Weekly Wire
The Boston Phoenix Highlights and Lowlights

The best and worst of 1999 -- an undeserving finale to the century, never mind the millennium

By Barry Crimmins

JANUARY 3, 2000:  And the story of the year for 1999 was . . . the year 1999! As we await the click that will change the fourth column in the calendrical odometer for the first time in a thousand years, there is no doubt that preparing to celebrate the 2000th anniversary of Christendom's successful effort to decide when and how we count sunrises was, itself, our biggest news.

Of course, as countless bores have impatiently pointed out, a millennium doesn't really end until the thousandth year expires. We are now just completing the 999th year of the second millennium, and the 99th year of the 20th century. So wait until 2001 to get your real ya-yas out. But this New Year is, and should be, a big deal anyway, because at the stroke of midnight, we'll leave the years that begin with "19" and enter the years that start with "20." Very few human beings other than a couple of yogurt pitchpeople from what was once Soviet Georgia, Bob "The Human Stigmata" Hope, and perhaps a US senator from South Carolina (Strom Thurmond jokes are getting mighty old, aren't they?) have any recollection of anything other than the 19s. So it's boorish to quibble.

That said, I will stick with the nitpickers on the technical point that it is not yet the century's or the millennium's end. As terrible as the past 1000 years have been, I'm not budging from my little turf in time before it's absolutely necessary. So while you all advance boldly into the brave new world, I am going to spend the next 12 months absorbing the old, storing up memories of those long-gone pages on the calendar that were so incompetently peeled away by 20th-century humanity.

Besides, once we make the move into the next 1000 years, we will all start aging faster than dogs. An immutable law of nature is about to be compounded: the older you are, the more quickly your life evaporates.

Part of the reason I don't want to call 1999 the capper of the century is that it really wasn't much to look at or live through. Even we natives of this passing era will be amazed when we look back at the frail superstitions and hearty fears from which we formed our world-view waaaay back in '99.

Nineteen-ninety-nine began while the world watched breathlessly to see whether President Bill Clinton's career would climax prematurely, but he held firm and maintained his grip on the rudder of state while beating off impeachment proceedings (please let us now leave the crotch double-entendre on the ash heap of history). At the darkest moment on the very eve of the trial that would decide his fate, this selfless leader took the time to order the bombing of Iraq, a whim about which he had rattled sabers for several months but indulged only at the exact moment the Iraqis were distracted by the proceedings in Washington. And to think people once questioned his competence to command the military!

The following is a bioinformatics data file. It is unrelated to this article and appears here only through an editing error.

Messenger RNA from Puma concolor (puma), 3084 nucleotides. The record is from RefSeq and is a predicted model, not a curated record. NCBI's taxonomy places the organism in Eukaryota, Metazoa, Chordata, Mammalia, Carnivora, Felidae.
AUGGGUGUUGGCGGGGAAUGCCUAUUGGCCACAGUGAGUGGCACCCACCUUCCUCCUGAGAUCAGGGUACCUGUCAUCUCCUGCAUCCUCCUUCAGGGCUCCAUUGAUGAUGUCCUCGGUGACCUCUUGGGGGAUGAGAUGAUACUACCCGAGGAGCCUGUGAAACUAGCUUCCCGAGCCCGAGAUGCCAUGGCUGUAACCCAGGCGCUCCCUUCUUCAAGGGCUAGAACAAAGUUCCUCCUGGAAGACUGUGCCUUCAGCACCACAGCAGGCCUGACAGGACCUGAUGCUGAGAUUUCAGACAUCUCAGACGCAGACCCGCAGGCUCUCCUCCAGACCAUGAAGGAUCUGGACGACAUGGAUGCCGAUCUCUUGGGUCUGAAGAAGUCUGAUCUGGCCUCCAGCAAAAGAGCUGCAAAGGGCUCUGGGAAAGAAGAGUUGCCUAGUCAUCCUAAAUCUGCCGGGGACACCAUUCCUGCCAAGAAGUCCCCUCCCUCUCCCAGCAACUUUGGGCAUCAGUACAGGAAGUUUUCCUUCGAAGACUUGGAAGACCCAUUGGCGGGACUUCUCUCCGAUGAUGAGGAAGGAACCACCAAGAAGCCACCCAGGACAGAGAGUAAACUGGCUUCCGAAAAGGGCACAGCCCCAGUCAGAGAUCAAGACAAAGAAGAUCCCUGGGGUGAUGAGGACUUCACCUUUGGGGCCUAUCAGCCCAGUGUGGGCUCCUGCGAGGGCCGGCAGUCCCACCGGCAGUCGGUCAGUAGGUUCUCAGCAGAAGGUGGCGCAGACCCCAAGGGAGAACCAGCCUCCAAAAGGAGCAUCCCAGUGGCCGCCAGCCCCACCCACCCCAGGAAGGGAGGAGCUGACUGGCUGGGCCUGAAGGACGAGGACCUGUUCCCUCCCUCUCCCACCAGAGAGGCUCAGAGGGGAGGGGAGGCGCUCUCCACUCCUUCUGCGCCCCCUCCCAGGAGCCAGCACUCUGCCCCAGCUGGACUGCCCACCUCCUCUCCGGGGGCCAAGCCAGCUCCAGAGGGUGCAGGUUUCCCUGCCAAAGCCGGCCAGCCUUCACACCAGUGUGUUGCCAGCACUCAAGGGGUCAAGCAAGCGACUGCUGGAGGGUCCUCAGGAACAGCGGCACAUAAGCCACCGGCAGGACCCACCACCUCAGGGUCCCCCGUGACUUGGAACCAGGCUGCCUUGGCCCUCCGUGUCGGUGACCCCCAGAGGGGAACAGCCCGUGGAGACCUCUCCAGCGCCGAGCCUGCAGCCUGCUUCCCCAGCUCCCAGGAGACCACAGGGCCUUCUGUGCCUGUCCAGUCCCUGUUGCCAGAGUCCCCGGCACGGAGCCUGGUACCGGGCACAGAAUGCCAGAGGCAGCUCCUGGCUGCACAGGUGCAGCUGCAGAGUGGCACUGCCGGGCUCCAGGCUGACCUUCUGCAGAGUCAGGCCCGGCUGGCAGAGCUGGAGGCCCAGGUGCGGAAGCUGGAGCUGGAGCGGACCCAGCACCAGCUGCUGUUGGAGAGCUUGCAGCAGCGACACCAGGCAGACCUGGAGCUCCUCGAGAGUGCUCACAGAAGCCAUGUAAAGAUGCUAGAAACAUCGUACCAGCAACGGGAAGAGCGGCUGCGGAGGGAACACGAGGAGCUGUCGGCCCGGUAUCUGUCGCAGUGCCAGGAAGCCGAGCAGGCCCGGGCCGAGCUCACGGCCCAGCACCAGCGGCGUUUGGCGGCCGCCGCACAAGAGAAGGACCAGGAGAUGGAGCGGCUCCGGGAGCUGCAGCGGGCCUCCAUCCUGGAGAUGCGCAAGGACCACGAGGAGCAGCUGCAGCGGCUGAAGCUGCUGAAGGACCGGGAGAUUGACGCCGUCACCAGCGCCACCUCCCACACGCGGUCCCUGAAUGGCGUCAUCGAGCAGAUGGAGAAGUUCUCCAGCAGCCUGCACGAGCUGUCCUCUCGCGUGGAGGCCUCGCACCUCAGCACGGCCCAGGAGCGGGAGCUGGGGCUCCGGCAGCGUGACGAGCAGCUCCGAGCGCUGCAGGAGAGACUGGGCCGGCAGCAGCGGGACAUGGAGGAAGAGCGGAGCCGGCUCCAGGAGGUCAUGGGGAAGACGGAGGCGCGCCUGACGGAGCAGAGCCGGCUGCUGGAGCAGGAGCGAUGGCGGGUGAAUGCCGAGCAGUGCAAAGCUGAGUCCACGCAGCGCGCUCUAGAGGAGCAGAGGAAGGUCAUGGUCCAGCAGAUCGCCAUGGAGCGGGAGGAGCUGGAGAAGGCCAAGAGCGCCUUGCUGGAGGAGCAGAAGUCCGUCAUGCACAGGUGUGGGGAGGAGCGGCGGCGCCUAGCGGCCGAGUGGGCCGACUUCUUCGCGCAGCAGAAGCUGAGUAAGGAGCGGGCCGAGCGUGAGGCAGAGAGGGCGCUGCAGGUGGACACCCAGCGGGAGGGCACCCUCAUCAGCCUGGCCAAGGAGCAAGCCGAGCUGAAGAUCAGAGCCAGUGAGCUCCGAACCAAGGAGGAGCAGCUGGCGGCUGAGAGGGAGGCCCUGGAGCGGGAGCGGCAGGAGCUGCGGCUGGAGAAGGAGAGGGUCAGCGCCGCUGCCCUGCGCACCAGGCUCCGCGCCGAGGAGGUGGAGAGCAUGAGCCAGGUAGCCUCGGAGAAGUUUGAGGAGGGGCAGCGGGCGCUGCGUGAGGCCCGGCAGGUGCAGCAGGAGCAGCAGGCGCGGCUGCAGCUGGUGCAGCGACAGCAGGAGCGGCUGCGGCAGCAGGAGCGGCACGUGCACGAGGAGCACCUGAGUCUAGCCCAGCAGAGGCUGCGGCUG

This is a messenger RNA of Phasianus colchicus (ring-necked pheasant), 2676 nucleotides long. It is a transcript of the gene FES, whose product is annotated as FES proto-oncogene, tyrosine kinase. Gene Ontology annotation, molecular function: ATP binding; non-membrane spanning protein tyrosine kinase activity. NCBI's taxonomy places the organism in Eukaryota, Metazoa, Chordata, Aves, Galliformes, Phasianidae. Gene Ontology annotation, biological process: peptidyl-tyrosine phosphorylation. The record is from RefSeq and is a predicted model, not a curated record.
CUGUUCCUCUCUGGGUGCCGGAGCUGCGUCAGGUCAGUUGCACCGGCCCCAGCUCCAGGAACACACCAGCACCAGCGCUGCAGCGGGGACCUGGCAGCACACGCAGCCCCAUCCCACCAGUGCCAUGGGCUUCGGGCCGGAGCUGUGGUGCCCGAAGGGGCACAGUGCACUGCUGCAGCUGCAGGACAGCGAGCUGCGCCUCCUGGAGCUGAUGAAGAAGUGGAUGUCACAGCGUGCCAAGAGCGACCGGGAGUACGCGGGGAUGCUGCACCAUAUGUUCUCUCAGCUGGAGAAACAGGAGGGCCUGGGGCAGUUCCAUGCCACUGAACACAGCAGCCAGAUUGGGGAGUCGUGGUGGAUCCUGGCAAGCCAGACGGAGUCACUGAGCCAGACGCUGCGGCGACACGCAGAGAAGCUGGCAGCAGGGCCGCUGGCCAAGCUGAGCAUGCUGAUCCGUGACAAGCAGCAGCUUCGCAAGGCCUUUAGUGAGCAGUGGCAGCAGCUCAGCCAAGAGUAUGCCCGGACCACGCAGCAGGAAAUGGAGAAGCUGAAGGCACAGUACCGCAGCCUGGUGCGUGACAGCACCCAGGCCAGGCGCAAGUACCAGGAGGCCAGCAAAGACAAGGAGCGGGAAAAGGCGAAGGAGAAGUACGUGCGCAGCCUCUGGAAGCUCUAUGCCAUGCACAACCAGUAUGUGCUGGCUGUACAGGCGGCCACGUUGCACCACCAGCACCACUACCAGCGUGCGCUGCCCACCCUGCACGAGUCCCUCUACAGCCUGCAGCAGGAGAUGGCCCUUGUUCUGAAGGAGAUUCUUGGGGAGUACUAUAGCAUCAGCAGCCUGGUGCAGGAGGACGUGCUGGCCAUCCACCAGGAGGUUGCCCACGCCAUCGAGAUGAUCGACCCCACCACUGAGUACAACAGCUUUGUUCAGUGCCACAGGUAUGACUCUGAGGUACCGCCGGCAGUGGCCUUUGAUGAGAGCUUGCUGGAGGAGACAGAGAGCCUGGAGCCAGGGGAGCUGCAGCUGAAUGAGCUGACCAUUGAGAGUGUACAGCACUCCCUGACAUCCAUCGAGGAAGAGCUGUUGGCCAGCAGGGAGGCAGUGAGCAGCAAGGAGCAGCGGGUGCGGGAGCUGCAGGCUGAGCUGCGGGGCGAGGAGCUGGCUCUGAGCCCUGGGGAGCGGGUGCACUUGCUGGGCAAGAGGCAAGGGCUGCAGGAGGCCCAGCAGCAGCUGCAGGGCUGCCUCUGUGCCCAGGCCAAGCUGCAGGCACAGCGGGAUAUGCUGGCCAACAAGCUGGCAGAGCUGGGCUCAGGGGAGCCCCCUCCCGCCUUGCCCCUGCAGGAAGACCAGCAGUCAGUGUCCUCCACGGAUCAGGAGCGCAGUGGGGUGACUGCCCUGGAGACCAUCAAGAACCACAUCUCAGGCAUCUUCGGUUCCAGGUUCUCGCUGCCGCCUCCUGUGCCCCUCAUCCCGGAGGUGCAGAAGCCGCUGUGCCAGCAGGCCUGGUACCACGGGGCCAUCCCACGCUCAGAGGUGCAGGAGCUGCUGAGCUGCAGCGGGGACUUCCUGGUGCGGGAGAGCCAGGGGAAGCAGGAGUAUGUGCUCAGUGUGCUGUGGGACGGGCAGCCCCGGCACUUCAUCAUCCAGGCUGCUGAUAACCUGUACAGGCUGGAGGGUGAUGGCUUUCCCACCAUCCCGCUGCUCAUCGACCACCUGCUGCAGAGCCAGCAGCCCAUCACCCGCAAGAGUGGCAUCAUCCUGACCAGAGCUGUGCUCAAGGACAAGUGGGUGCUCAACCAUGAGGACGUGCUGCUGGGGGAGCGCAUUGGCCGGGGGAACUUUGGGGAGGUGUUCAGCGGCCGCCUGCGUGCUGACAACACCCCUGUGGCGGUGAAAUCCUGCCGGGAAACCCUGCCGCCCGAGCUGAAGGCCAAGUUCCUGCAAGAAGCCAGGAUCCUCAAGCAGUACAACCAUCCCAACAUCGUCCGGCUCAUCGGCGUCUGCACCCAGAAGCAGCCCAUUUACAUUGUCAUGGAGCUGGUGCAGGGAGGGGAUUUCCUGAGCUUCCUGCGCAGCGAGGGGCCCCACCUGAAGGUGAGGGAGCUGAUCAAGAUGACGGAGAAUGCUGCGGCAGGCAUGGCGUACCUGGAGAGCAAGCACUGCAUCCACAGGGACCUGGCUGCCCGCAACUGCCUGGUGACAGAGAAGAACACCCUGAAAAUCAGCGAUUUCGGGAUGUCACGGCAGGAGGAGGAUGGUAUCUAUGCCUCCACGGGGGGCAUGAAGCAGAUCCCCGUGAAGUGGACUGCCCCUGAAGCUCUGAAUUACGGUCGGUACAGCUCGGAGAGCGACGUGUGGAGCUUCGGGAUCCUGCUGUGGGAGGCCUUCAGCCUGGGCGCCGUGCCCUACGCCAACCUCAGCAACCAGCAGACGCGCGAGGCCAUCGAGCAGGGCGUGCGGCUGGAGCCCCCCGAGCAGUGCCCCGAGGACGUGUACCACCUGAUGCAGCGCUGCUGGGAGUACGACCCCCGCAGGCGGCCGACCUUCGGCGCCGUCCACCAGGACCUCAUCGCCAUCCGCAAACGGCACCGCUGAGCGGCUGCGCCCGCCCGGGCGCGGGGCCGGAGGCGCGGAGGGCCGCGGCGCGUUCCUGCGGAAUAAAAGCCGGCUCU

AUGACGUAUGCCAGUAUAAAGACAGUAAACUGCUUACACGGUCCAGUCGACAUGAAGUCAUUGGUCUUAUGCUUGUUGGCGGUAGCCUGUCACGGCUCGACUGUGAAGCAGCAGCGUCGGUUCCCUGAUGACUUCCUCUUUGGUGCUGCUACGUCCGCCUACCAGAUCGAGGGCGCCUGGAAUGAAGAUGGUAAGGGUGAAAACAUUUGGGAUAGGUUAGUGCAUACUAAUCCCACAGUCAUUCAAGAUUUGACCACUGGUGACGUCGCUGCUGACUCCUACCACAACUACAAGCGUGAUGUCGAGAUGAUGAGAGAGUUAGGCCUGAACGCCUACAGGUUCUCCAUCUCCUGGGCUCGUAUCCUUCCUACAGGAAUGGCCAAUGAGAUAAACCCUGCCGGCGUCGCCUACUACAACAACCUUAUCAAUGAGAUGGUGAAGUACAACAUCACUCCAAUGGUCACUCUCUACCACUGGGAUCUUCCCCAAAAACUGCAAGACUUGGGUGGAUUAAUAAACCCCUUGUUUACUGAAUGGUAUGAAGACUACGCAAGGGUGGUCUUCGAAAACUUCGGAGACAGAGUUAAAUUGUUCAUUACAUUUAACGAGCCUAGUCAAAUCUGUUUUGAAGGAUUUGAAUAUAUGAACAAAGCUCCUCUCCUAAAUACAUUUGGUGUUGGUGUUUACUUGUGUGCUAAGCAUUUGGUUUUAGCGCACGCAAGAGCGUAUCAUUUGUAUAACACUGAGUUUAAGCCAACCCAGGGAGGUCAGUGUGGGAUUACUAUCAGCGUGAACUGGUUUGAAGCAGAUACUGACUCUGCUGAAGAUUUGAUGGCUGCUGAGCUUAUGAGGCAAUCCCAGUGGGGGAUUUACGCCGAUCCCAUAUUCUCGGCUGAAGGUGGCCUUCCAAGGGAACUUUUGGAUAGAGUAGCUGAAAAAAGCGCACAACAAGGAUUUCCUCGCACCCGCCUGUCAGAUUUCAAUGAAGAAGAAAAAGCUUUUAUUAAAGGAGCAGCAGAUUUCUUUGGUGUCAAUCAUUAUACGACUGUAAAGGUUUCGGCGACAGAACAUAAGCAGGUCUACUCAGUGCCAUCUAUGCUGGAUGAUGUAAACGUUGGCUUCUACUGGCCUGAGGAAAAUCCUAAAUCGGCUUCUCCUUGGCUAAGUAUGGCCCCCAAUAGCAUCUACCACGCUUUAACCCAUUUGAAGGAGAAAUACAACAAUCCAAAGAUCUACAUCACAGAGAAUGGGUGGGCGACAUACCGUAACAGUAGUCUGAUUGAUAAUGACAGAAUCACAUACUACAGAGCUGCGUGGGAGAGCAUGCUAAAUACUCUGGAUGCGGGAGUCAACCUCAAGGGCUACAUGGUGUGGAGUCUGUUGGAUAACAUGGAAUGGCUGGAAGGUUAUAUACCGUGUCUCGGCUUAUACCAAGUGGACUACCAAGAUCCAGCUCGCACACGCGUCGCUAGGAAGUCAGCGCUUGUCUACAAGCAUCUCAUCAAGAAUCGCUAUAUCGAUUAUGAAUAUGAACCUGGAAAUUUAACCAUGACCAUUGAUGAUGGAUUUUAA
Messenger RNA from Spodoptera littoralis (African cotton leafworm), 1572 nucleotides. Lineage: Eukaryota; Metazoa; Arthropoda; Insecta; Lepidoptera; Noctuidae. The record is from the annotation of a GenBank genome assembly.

And command Clinton did again and again throughout the year, directing US-led NATO forces in strikes that resulted in bombs being dropped everywhere from a New Jersey forest to a Belgrade television station. It appeared the president might have finally found something he likes better than sex. Many secretly hoped that he would relieve his itchy trigger finger once more to punish Indonesia for its decades of murder in East Timor, but, alas, the president restricted his wrath to Southwest Asia and Southern Europe.

Cyber-bucking the system

Speaking of megalomania, in '99 Bill Gates and his Microsoft empire were put on trial by the US Justice Department and found to be a monopoly (first Reagan's Alzheimer's and now this!).

That the government even remembered that there was such a thing as an anti-trust suit was remarkable, considering how many corporations have been absorbed by other corporations. As '99 ends, and ExxonMobil becomes a reality, we have to wonder how long it will be before we start filling up our Fordrolets at their self-service stations.

In a videotaped deposition for the Microsoft case, Gates provided a stark reminder of why O.J. didn't testify at his criminal trial. Gates's lame attempt to explain away his corporation's sinister efforts to force the entire world to use Microsoft's obscenely non-cooperative operating system and clunky Internet Exploiter Web browser was easily the funniest video on the Net since the original South Park Christmas bootleg. I'd write more about it, but Word keeps crashing.

On the other hand, it was equally humorous to see outfits such as Sun Microsystems and Netscape portrayed as gallant little underdogs. But then, compared to Microsoft, the European Union is a gallant little underdog.